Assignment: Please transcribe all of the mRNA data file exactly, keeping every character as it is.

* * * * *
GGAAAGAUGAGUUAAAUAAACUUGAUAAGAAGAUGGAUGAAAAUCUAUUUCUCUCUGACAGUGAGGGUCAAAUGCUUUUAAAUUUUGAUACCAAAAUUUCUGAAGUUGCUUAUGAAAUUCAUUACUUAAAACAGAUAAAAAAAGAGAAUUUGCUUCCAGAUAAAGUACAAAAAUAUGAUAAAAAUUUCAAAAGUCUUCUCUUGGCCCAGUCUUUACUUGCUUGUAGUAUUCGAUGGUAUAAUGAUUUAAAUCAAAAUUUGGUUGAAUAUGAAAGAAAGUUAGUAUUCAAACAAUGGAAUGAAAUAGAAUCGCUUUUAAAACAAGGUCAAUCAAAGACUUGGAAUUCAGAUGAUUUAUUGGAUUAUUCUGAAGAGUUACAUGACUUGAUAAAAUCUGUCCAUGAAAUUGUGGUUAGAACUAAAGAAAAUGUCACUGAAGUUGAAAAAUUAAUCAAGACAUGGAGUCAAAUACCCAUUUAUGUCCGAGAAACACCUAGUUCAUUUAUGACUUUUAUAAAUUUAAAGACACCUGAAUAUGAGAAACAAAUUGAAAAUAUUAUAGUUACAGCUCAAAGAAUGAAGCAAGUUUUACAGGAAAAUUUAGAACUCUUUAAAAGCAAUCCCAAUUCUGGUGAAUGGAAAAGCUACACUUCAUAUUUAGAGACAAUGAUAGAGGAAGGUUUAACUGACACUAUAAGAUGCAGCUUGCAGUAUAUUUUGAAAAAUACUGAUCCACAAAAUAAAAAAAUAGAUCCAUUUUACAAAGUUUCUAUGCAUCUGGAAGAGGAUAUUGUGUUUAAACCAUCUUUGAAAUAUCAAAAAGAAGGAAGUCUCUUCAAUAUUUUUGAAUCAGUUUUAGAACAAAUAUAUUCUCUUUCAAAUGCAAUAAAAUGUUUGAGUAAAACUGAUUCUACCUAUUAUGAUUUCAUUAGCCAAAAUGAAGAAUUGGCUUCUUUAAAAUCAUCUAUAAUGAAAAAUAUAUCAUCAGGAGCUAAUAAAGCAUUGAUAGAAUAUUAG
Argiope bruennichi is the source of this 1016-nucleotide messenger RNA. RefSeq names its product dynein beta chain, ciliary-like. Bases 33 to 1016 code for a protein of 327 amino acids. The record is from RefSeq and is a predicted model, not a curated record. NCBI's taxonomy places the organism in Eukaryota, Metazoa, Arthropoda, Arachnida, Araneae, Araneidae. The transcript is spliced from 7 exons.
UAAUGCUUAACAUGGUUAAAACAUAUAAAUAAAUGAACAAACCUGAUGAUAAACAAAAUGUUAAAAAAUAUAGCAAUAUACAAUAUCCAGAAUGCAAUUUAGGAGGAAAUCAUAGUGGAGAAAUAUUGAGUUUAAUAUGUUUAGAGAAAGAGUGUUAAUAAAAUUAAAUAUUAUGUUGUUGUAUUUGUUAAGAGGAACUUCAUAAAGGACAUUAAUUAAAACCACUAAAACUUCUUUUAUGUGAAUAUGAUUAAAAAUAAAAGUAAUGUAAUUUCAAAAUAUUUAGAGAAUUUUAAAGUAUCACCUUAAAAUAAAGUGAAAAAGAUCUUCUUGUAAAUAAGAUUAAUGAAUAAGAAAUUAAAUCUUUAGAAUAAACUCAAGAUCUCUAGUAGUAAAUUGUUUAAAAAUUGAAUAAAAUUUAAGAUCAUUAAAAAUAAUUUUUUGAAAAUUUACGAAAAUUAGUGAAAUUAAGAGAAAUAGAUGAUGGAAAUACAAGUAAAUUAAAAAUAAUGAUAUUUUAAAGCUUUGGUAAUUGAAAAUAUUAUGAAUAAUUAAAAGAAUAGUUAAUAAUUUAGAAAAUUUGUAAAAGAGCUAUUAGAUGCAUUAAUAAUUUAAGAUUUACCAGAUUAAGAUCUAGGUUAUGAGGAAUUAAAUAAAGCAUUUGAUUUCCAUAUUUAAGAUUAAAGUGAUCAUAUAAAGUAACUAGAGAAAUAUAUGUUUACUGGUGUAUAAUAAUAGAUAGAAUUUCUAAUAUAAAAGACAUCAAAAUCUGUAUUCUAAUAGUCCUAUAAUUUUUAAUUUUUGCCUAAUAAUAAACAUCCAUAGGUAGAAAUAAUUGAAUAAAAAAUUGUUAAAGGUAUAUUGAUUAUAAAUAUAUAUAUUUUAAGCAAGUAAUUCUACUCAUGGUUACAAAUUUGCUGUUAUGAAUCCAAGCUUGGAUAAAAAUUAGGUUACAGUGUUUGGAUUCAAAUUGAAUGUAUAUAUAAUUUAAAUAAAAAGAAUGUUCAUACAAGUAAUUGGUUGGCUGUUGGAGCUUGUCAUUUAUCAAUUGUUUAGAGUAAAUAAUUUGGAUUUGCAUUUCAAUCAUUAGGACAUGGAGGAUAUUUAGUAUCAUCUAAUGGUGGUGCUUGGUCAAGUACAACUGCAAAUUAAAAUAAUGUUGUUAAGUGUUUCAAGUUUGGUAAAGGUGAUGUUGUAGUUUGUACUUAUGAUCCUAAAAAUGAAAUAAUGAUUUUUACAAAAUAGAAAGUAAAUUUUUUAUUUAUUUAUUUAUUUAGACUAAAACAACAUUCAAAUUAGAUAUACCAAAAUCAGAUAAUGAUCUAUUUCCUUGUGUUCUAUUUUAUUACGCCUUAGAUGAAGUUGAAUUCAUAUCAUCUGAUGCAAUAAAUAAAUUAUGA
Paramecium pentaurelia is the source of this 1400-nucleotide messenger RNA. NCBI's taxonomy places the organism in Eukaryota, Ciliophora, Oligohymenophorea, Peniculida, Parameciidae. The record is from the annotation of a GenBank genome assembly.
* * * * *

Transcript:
GGAAAGAUGAGUUAAAUAAACUUGAUAAGAAGAUGGAUGAAAAUCUAUUUCUCUCUGACAGUGAGGGUCAAAUGCUUUUAAAUUUUGAUACCAAAAUUUCUGAAGUUGCUUAUGAAAUUCAUUACUUAAAACAGAUAAAAAAAGAGAAUUUGCUUCCAGAUAAAGUACAAAAAUAUGAUAAAAAUUUCAAAAGUCUUCUCUUGGCCCAGUCUUUACUUGCUUGUAGUAUUCGAUGGUAUAAUGAUUUAAAUCAAAAUUUGGUUGAAUAUGAAAGAAAGUUAGUAUUCAAACAAUGGAAUGAAAUAGAAUCGCUUUUAAAACAAGGUCAAUCAAAGACUUGGAAUUCAGAUGAUUUAUUGGAUUAUUCUGAAGAGUUACAUGACUUGAUAAAAUCUGUCCAUGAAAUUGUGGUUAGAACUAAAGAAAAUGUCACUGAAGUUGAAAAAUUAAUCAAGACAUGGAGUCAAAUACCCAUUUAUGUCCGAGAAACACCUAGUUCAUUUAUGACUUUUAUAAAUUUAAAGACACCUGAAUAUGAGAAACAAAUUGAAAAUAUUAUAGUUACAGCUCAAAGAAUGAAGCAAGUUUUACAGGAAAAUUUAGAACUCUUUAAAAGCAAUCCCAAUUCUGGUGAAUGGAAAAGCUACACUUCAUAUUUAGAGACAAUGAUAGAGGAAGGUUUAACUGACACUAUAAGAUGCAGCUUGCAGUAUAUUUUGAAAAAUACUGAUCCACAAAAUAAAAAAAUAGAUCCAUUUUACAAAGUUUCUAUGCAUCUGGAAGAGGAUAUUGUGUUUAAACCAUCUUUGAAAUAUCAAAAAGAAGGAAGUCUCUUCAAUAUUUUUGAAUCAGUUUUAGAACAAAUAUAUUCUCUUUCAAAUGCAAUAAAAUGUUUGAGUAAAACUGAUUCUACCUAUUAUGAUUUCAUUAGCCAAAAUGAAGAAUUGGCUUCUUUAAAAUCAUCUAUAAUGAAAAAUAUAUCAUCAGGAGCUAAUAAAGCAUUGAUAGAAUAUUAG
Argiope bruennichi is the source of this 1016-nucleotide messenger RNA. RefSeq names its product dynein beta chain, ciliary-like. Bases 33 to 1016 code for a protein of 327 amino acids. The record is from RefSeq and is a predicted model, not a curated record. NCBI's taxonomy places the organism in Eukaryota, Metazoa, Arthropoda, Arachnida, Araneae, Araneidae. The transcript is spliced from 7 exons.
UAAUGCUUAACAUGGUUAAAACAUAUAAAUAAAUGAACAAACCUGAUGAUAAACAAAAUGUUAAAAAAUAUAGCAAUAUACAAUAUCCAGAAUGCAAUUUAGGAGGAAAUCAUAGUGGAGAAAUAUUGAGUUUAAUAUGUUUAGAGAAAGAGUGUUAAUAAAAUUAAAUAUUAUGUUGUUGUAUUUGUUAAGAGGAACUUCAUAAAGGACAUUAAUUAAAACCACUAAAACUUCUUUUAUGUGAAUAUGAUUAAAAAUAAAAGUAAUGUAAUUUCAAAAUAUUUAGAGAAUUUUAAAGUAUCACCUUAAAAUAAAGUGAAAAAGAUCUUCUUGUAAAUAAGAUUAAUGAAUAAGAAAUUAAAUCUUUAGAAUAAACUCAAGAUCUCUAGUAGUAAAUUGUUUAAAAAUUGAAUAAAAUUUAAGAUCAUUAAAAAUAAUUUUUUGAAAAUUUACGAAAAUUAGUGAAAUUAAGAGAAAUAGAUGAUGGAAAUACAAGUAAAUUAAAAAUAAUGAUAUUUUAAAGCUUUGGUAAUUGAAAAUAUUAUGAAUAAUUAAAAGAAUAGUUAAUAAUUUAGAAAAUUUGUAAAAGAGCUAUUAGAUGCAUUAAUAAUUUAAGAUUUACCAGAUUAAGAUCUAGGUUAUGAGGAAUUAAAUAAAGCAUUUGAUUUCCAUAUUUAAGAUUAAAGUGAUCAUAUAAAGUAACUAGAGAAAUAUAUGUUUACUGGUGUAUAAUAAUAGAUAGAAUUUCUAAUAUAAAAGACAUCAAAAUCUGUAUUCUAAUAGUCCUAUAAUUUUUAAUUUUUGCCUAAUAAUAAACAUCCAUAGGUAGAAAUAAUUGAAUAAAAAAUUGUUAAAGGUAUAUUGAUUAUAAAUAUAUAUAUUUUAAGCAAGUAAUUCUACUCAUGGUUACAAAUUUGCUGUUAUGAAUCCAAGCUUGGAUAAAAAUUAGGUUACAGUGUUUGGAUUCAAAUUGAAUGUAUAUAUAAUUUAAAUAAAAAGAAUGUUCAUACAAGUAAUUGGUUGGCUGUUGGAGCUUGUCAUUUAUCAAUUGUUUAGAGUAAAUAAUUUGGAUUUGCAUUUCAAUCAUUAGGACAUGGAGGAUAUUUAGUAUCAUCUAAUGGUGGUGCUUGGUCAAGUACAACUGCAAAUUAAAAUAAUGUUGUUAAGUGUUUCAAGUUUGGUAAAGGUGAUGUUGUAGUUUGUACUUAUGAUCCUAAAAAUGAAAUAAUGAUUUUUACAAAAUAGAAAGUAAAUUUUUUAUUUAUUUAUUUAUUUAGACUAAAACAACAUUCAAAUUAGAUAUACCAAAAUCAGAUAAUGAUCUAUUUCCUUGUGUUCUAUUUUAUUACGCCUUAGAUGAAGUUGAAUUCAUAUCAUCUGAUGCAAUAAAUAAAUUAUGA
Paramecium pentaurelia is the source of this 1400-nucleotide messenger RNA. NCBI's taxonomy places the organism in Eukaryota, Ciliophora, Oligohymenophorea, Peniculida, Parameciidae. The record is from the annotation of a GenBank genome assembly.